Why Isn't This A Film - The Beautiful Game?

What have we got here then?

The Beautiful Game? - Searching For The Soul Of Football is a 2005 non-fiction book by sports journalist David Conn.

OK fine. What’s it about?

Conn starts out with the premise that the influx of vast amounts of money into the game of football at the dawn of The Premier League, starting in 1992, caused a fundamental shift in the game away from its original ideologies and values and towards something which is a business/sport hybrid that is struggling to find its rightful place in the world. The main argument Conn picks to support this? Since 1992, thirty-six of the seventy-two clubs in The Football league have been insolvent at one time or another.

Interesting. Is there something more?

Conn's episodic book tackles a number of issues; spiralling wages, infamous footballing disasters and their effect on the game, the club vs country rows and a lot more besides. It is a wide-ranging book seeking to chronicle what's wrong with football, how we got here and whether there might be a way out.

Save me the trouble then – is it any good?

The arguments presented in The Beautiful Game? are often compelling and may force a rethink for the average football fan in terms of their opinions on how the game is run and who exactly is running it. The detailed exposes of crisis clubs (such as York and Wimbledon) are chilling and the revelations about the power struggle between The FA and The Premier League, culminating in the resignation of Adam Crozier in 2002, seem well presented treatise on how not to run an organisation. Some of the details of the vast wealth of Premier League directors and how they have pursued this wealth with little care for the clubs or those clubs' supporters are sickening.

Brian Deane scores the first ever Premier League goal in 1992. Fit for a film version?


There is a conflict within the book - as there will be within many fans who read it - between the distaste of many things Conn describes and the appreciation of the game now, as opposed to fifty, or even ten, years ago. Conn never seems to resolve this. He mentions the flair players of Chelsea and Arsenal in 2005 early on and on several occasions rubbishes the impact of the money behind those clubs, yet he can't help be wowed by their on-the-pitch exploits, the purism and skill they bring to the game. Conn clearly hates the new structures but, like most football fans, he clearly also still loves the game, as it is now.

What are its chances of being made as a film?

Unlikely. Around the time of Moneyball's release a host of articles popped up musing on whether the management philosophy it presented could be adapted by football. The Beautiful Game? is probably as close as non-fiction football literature has come to replicating the ideas behind Moneyball in a coherent format, so you could argue that if Michael Lewis' book got adapted then so could Conn's. There's also more than enough behind-the-scenes stuff here to formulate some sort of 'based on' intrigue thriller (admittedly of the made-for-TV sort), as a Conn-like character slowly reveals the money-making schemes being hidden behind the sport. There's nothing circling it at the moment though, so you'd have to say that, at the very least, it's some way off happening.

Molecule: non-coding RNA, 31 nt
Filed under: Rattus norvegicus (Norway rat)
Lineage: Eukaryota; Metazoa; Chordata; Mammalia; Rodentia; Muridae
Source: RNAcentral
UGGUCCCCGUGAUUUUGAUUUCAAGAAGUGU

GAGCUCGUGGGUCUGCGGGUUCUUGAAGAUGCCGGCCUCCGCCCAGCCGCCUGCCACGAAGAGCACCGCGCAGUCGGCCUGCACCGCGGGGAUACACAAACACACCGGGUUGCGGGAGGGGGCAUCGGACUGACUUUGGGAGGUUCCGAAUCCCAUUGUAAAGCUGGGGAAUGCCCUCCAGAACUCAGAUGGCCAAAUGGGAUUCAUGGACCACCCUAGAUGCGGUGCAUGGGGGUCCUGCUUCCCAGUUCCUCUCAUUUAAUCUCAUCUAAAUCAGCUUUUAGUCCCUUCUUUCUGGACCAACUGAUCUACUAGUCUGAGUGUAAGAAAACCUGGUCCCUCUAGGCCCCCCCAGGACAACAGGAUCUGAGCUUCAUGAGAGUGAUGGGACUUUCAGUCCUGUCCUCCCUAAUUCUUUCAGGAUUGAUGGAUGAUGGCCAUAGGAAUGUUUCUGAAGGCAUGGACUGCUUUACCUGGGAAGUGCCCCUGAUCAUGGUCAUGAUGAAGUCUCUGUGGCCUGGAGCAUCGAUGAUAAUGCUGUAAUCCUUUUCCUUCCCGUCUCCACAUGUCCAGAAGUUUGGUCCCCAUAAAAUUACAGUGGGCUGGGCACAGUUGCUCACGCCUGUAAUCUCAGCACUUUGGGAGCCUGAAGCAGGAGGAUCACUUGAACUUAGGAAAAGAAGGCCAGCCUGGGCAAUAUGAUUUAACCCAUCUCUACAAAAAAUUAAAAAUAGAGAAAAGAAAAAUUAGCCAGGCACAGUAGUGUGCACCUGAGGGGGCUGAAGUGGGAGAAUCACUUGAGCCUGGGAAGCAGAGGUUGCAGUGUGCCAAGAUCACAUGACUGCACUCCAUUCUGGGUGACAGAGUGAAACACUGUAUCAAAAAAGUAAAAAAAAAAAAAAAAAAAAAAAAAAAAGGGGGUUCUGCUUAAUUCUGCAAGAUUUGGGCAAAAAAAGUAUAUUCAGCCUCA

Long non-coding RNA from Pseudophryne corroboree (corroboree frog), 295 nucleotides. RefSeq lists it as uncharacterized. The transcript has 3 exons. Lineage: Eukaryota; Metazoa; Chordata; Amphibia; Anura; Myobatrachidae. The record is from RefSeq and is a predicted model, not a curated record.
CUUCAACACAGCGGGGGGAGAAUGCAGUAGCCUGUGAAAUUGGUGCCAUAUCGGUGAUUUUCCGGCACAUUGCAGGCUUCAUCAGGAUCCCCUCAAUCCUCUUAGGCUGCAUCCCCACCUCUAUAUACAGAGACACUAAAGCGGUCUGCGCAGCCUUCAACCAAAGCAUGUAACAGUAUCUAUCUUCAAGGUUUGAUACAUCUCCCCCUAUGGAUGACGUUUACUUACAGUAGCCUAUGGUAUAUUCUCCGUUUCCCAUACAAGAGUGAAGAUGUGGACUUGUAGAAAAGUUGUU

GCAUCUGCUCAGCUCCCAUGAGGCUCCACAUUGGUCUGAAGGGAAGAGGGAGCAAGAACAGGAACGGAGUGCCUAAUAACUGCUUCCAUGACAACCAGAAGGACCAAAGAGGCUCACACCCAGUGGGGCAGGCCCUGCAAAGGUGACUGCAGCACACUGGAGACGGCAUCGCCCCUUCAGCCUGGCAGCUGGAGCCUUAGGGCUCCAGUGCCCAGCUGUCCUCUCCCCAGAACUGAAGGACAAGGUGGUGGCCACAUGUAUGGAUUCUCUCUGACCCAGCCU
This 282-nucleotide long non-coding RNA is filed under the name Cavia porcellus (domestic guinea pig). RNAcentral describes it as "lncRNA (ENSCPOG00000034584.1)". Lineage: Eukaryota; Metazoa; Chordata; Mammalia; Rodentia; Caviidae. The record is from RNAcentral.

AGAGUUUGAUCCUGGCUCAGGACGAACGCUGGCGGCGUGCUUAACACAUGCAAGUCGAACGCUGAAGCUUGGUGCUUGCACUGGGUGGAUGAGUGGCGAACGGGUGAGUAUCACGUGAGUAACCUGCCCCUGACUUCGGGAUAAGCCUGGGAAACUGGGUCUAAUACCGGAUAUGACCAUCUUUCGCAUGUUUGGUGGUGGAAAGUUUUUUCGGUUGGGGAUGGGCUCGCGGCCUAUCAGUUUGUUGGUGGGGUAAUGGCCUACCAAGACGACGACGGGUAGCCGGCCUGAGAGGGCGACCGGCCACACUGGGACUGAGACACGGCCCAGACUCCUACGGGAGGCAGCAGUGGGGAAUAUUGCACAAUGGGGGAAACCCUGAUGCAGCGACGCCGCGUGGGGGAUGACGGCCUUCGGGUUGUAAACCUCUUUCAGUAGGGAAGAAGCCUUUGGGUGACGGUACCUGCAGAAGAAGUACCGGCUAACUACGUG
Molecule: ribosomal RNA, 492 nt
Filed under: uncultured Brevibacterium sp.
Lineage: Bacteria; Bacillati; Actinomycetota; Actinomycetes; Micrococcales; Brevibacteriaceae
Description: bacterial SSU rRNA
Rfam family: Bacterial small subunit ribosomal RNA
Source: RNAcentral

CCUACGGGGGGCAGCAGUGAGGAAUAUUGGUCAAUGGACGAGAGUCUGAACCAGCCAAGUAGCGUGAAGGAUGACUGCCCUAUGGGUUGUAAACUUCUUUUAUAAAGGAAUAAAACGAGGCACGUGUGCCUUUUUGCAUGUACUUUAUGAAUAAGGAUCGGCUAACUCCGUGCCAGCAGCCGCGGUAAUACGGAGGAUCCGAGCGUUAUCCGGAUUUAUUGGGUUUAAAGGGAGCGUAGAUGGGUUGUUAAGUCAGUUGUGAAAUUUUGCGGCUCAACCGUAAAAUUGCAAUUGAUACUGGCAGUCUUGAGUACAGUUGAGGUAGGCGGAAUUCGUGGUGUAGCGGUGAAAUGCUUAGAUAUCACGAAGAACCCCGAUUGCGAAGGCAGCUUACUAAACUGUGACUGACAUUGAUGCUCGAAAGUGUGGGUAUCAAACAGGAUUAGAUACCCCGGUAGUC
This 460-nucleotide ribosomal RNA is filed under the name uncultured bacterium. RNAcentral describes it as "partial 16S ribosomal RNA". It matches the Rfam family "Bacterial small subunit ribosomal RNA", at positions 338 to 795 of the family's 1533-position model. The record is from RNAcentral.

But who'd star in it?

Conn would probably be a character in either version of the narrative (a reasonably straight dramatisation or a intrigue-led thriller adaptation) and David Morrisey has shown before that he's pretty perfect as the everyman journalist, so he's in.

The cast of characters revolving around him would depend somewhat on the narrative pursued but you'd expect Arsenal director David Dein to be included, for whom Ian McShane might be a pretty good fit. Michael Sheen would almost certainly be in there somewhere doing an impression of someone and, for Crozier, it would probably be a good idea to get an American, in order to broaden the film's appeal and make more obvious the fact that he was the 'outsider', brought in to shake things up. Gabriel Macht, currently doing a good job in Suits, would fit the bill pretty well.

Will it be any good?

It's got the ingredients and Moneyball was successful so yeah, sure.

Anything else I should know about it?

David Conn writes on an ad-hoc basis for The Guardian. You can read some his most recent work here.

David Dein and Ian McShane

Why Isn't This A Film? is a regular Film Intel feature which takes a book (you know... one of those things with pages in, doesn't project on to a screen, makes small rustling noises), comic, video game or graphic novel and assesses its adaptation prospects. One day this feature will get something right and we will win something major and valuable. Possibly.


  1. You should check out the bbc doc QPR: A Four Year Plan, covers (i assume) the same exact ground and it also has David Conn as a consultant on it (although he's not featured in the doc).

    1. That rings a bell... can't think why though but yes, excellent, cheers for that. Will definitely look into availability, sounds right up my street.